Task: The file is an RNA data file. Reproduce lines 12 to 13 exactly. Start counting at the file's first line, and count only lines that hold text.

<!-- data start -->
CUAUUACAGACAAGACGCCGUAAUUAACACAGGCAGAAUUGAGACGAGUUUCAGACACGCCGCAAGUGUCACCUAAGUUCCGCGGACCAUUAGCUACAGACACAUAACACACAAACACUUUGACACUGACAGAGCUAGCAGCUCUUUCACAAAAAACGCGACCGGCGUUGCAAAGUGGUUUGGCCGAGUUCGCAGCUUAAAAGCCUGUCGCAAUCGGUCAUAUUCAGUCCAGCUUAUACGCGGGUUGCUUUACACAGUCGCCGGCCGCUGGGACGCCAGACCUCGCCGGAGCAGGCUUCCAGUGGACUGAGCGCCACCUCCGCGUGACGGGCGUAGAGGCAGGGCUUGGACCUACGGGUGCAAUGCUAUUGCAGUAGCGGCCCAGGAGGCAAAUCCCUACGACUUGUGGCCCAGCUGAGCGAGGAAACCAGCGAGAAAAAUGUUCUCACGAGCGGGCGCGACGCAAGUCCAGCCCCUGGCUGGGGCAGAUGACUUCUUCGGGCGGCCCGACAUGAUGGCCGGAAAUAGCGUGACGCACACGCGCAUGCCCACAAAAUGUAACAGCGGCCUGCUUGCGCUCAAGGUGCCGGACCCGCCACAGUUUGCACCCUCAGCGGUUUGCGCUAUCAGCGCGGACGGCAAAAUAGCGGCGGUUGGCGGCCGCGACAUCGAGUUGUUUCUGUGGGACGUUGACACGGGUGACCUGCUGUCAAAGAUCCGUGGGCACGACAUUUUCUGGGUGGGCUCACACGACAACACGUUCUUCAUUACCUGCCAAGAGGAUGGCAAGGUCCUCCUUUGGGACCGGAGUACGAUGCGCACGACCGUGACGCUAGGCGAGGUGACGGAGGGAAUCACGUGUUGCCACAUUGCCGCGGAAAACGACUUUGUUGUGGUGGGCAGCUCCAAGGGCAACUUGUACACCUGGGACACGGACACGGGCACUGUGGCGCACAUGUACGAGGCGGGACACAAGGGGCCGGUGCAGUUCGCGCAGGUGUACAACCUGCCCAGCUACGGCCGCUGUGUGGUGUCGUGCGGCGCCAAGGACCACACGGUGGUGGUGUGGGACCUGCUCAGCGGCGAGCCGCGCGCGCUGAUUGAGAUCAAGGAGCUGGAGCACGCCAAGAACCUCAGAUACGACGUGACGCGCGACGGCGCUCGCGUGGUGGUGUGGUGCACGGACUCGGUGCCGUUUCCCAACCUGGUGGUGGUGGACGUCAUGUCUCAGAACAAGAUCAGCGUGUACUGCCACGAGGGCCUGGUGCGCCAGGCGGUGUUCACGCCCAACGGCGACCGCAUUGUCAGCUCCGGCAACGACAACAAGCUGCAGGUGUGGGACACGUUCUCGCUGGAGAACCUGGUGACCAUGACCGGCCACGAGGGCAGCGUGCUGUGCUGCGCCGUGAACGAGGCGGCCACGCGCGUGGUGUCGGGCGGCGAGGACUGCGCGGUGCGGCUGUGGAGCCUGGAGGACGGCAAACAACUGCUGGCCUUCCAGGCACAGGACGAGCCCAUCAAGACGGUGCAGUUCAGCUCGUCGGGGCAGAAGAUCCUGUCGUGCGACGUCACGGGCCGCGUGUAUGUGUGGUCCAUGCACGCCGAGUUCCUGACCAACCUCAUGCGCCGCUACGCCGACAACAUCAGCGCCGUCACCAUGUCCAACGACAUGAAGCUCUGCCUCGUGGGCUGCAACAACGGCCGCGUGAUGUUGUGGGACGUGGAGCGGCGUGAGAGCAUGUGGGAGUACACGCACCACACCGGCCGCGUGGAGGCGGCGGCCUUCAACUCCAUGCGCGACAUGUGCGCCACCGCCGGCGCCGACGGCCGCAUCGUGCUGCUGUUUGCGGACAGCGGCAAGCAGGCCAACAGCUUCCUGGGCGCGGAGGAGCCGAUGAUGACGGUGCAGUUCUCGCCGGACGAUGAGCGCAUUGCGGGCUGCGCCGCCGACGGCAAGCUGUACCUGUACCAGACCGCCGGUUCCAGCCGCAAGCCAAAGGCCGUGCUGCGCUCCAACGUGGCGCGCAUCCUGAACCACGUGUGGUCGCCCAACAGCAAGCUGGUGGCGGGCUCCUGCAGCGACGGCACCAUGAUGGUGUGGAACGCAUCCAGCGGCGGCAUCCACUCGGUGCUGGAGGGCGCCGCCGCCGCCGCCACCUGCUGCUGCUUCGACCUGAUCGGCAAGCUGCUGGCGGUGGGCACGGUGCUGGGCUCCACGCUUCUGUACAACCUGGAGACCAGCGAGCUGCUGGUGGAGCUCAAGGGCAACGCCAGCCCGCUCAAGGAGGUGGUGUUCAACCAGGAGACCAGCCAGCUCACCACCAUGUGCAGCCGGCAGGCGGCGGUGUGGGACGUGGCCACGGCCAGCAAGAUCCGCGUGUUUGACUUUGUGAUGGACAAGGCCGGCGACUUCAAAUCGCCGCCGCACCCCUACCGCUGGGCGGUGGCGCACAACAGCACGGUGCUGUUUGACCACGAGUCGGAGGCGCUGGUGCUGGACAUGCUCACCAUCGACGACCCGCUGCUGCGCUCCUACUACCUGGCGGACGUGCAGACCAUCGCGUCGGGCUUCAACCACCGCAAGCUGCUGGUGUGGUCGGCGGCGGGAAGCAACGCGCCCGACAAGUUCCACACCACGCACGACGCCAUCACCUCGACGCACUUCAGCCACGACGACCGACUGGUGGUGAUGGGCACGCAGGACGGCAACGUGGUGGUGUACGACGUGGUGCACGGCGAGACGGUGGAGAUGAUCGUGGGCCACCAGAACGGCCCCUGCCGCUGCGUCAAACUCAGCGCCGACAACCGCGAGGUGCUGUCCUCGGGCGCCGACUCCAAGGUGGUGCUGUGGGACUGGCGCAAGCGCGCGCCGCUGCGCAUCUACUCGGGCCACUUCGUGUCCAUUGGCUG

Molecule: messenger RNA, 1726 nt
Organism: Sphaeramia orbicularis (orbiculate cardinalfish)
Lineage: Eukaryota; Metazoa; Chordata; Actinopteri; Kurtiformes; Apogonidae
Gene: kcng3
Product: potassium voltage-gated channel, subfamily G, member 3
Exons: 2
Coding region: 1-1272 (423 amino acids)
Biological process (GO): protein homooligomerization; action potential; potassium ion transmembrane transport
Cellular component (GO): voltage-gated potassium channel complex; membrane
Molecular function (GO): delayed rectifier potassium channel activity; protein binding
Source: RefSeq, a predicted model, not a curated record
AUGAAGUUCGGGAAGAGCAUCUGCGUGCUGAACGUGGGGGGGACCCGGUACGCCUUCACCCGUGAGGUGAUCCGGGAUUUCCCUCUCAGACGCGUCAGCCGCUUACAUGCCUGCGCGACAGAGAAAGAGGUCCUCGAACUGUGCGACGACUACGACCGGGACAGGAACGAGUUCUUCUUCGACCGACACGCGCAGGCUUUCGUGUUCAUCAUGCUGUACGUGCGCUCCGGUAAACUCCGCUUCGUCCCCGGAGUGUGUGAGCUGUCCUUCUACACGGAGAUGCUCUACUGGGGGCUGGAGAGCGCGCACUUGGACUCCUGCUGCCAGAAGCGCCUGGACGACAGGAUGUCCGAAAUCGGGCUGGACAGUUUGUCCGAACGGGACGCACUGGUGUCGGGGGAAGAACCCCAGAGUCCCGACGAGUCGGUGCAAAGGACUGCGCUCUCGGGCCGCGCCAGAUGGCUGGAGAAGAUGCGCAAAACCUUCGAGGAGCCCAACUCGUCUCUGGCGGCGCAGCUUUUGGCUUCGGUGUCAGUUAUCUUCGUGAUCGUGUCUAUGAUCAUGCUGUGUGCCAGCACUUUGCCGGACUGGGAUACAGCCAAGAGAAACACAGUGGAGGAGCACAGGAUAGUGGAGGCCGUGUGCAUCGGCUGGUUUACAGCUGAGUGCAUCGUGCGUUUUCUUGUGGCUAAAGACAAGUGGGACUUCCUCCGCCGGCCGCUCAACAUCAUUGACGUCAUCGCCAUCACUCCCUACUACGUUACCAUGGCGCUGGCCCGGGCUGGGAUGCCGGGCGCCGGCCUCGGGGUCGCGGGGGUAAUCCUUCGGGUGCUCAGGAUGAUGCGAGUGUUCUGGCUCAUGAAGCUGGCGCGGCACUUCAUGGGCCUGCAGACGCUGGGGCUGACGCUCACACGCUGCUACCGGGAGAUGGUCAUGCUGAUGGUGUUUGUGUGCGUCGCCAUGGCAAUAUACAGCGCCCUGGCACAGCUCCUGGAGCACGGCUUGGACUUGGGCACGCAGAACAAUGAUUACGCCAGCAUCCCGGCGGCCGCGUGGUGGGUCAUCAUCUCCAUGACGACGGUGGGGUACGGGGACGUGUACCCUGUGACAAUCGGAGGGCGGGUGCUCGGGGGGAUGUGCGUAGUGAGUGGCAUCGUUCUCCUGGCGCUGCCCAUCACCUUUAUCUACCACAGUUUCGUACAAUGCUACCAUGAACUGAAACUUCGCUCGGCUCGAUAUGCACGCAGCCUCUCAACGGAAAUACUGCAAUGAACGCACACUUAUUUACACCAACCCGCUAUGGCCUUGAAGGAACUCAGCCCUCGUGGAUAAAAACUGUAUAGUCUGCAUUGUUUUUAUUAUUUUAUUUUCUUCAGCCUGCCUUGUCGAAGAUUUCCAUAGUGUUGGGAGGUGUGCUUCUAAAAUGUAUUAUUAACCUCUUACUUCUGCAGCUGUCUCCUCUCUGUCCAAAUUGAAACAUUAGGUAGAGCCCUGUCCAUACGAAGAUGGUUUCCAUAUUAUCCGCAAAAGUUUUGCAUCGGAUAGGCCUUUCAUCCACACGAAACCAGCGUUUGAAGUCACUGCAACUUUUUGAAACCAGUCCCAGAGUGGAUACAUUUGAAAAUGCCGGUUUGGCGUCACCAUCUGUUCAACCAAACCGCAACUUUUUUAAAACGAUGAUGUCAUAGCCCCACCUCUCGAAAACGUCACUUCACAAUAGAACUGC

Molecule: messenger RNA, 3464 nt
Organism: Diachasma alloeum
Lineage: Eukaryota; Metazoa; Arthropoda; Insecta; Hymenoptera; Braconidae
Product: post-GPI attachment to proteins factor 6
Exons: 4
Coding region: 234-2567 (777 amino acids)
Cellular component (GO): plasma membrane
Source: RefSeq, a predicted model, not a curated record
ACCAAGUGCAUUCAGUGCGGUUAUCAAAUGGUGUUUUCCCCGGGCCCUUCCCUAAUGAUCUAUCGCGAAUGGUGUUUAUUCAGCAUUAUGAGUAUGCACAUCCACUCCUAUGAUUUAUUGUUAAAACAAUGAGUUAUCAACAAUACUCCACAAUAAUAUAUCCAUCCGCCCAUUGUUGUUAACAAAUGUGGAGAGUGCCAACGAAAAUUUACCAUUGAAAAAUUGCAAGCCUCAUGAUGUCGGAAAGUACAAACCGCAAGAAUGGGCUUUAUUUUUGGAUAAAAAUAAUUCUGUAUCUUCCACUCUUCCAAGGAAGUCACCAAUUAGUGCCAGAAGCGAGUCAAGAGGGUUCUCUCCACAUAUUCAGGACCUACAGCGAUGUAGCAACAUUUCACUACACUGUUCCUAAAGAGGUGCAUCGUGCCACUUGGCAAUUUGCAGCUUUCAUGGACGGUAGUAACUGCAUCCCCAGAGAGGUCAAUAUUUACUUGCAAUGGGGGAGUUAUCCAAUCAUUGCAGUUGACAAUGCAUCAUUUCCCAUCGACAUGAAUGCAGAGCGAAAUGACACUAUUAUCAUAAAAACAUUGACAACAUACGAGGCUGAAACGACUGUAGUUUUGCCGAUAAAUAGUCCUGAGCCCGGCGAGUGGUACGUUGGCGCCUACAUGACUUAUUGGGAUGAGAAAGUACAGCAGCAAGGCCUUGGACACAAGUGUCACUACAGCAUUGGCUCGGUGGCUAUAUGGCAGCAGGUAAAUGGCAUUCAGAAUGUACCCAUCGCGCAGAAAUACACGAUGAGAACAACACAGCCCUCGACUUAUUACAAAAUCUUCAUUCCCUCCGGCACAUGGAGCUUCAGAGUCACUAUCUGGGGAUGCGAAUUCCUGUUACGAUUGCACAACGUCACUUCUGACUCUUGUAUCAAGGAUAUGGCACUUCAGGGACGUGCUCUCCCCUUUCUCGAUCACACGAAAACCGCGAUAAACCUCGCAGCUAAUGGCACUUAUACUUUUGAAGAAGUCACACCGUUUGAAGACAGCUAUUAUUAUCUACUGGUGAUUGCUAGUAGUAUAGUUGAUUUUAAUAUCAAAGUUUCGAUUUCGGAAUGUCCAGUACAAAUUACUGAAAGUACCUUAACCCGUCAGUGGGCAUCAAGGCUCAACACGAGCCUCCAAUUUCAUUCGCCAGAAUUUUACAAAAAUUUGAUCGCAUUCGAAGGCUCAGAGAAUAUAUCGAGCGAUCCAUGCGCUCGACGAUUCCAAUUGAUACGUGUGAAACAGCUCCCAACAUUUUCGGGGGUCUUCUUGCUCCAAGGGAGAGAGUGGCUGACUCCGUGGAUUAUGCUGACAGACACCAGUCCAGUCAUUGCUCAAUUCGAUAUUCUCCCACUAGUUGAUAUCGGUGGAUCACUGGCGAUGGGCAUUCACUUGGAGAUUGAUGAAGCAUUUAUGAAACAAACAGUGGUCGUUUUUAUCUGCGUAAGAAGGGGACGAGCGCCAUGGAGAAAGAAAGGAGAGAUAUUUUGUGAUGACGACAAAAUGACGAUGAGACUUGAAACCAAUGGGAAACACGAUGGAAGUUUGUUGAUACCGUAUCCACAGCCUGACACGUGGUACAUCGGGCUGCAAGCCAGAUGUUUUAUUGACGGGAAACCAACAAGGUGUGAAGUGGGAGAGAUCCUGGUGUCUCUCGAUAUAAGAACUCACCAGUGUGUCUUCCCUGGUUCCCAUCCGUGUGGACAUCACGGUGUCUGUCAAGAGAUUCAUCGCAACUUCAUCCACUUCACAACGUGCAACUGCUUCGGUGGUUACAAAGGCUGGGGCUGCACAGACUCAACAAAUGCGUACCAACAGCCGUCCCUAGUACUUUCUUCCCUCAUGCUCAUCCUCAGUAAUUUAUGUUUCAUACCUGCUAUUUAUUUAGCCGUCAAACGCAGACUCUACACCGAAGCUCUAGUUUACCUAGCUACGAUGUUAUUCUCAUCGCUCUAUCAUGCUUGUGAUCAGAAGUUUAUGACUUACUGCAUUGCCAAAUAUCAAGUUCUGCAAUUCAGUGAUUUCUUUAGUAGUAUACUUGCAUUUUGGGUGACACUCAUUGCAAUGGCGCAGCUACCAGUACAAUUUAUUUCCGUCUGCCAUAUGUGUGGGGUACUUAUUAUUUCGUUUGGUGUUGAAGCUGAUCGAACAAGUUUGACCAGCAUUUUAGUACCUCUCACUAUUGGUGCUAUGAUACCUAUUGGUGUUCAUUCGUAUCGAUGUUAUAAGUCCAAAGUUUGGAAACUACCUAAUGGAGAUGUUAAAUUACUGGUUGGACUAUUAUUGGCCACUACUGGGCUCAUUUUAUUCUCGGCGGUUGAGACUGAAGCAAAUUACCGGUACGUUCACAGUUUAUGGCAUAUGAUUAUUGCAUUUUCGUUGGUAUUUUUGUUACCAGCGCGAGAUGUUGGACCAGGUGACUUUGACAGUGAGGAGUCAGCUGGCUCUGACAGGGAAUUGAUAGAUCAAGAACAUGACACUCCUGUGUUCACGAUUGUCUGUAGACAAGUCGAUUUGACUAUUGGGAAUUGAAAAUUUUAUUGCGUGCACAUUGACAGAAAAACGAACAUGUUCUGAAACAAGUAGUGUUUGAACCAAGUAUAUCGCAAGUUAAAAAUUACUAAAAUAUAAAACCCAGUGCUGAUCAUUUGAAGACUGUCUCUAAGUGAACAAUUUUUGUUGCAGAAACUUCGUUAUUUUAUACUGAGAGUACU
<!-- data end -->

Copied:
Source: RefSeq, a predicted model, not a curated record
AUGAAGUUCGGGAAGAGCAUCUGCGUGCUGAACGUGGGGGGGACCCGGUACGCCUUCACCCGUGAGGUGAUCCGGGAUUUCCCUCUCAGACGCGUCAGCCGCUUACAUGCCUGCGCGACAGAGAAAGAGGUCCUCGAACUGUGCGACGACUACGACCGGGACAGGAACGAGUUCUUCUUCGACCGACACGCGCAGGCUUUCGUGUUCAUCAUGCUGUACGUGCGCUCCGGUAAACUCCGCUUCGUCCCCGGAGUGUGUGAGCUGUCCUUCUACACGGAGAUGCUCUACUGGGGGCUGGAGAGCGCGCACUUGGACUCCUGCUGCCAGAAGCGCCUGGACGACAGGAUGUCCGAAAUCGGGCUGGACAGUUUGUCCGAACGGGACGCACUGGUGUCGGGGGAAGAACCCCAGAGUCCCGACGAGUCGGUGCAAAGGACUGCGCUCUCGGGCCGCGCCAGAUGGCUGGAGAAGAUGCGCAAAACCUUCGAGGAGCCCAACUCGUCUCUGGCGGCGCAGCUUUUGGCUUCGGUGUCAGUUAUCUUCGUGAUCGUGUCUAUGAUCAUGCUGUGUGCCAGCACUUUGCCGGACUGGGAUACAGCCAAGAGAAACACAGUGGAGGAGCACAGGAUAGUGGAGGCCGUGUGCAUCGGCUGGUUUACAGCUGAGUGCAUCGUGCGUUUUCUUGUGGCUAAAGACAAGUGGGACUUCCUCCGCCGGCCGCUCAACAUCAUUGACGUCAUCGCCAUCACUCCCUACUACGUUACCAUGGCGCUGGCCCGGGCUGGGAUGCCGGGCGCCGGCCUCGGGGUCGCGGGGGUAAUCCUUCGGGUGCUCAGGAUGAUGCGAGUGUUCUGGCUCAUGAAGCUGGCGCGGCACUUCAUGGGCCUGCAGACGCUGGGGCUGACGCUCACACGCUGCUACCGGGAGAUGGUCAUGCUGAUGGUGUUUGUGUGCGUCGCCAUGGCAAUAUACAGCGCCCUGGCACAGCUCCUGGAGCACGGCUUGGACUUGGGCACGCAGAACAAUGAUUACGCCAGCAUCCCGGCGGCCGCGUGGUGGGUCAUCAUCUCCAUGACGACGGUGGGGUACGGGGACGUGUACCCUGUGACAAUCGGAGGGCGGGUGCUCGGGGGGAUGUGCGUAGUGAGUGGCAUCGUUCUCCUGGCGCUGCCCAUCACCUUUAUCUACCACAGUUUCGUACAAUGCUACCAUGAACUGAAACUUCGCUCGGCUCGAUAUGCACGCAGCCUCUCAACGGAAAUACUGCAAUGAACGCACACUUAUUUACACCAACCCGCUAUGGCCUUGAAGGAACUCAGCCCUCGUGGAUAAAAACUGUAUAGUCUGCAUUGUUUUUAUUAUUUUAUUUUCUUCAGCCUGCCUUGUCGAAGAUUUCCAUAGUGUUGGGAGGUGUGCUUCUAAAAUGUAUUAUUAACCUCUUACUUCUGCAGCUGUCUCCUCUCUGUCCAAAUUGAAACAUUAGGUAGAGCCCUGUCCAUACGAAGAUGGUUUCCAUAUUAUCCGCAAAAGUUUUGCAUCGGAUAGGCCUUUCAUCCACACGAAACCAGCGUUUGAAGUCACUGCAACUUUUUGAAACCAGUCCCAGAGUGGAUACAUUUGAAAAUGCCGGUUUGGCGUCACCAUCUGUUCAACCAAACCGCAACUUUUUUAAAACGAUGAUGUCAUAGCCCCACCUCUCGAAAACGUCACUUCACAAUAGAACUGC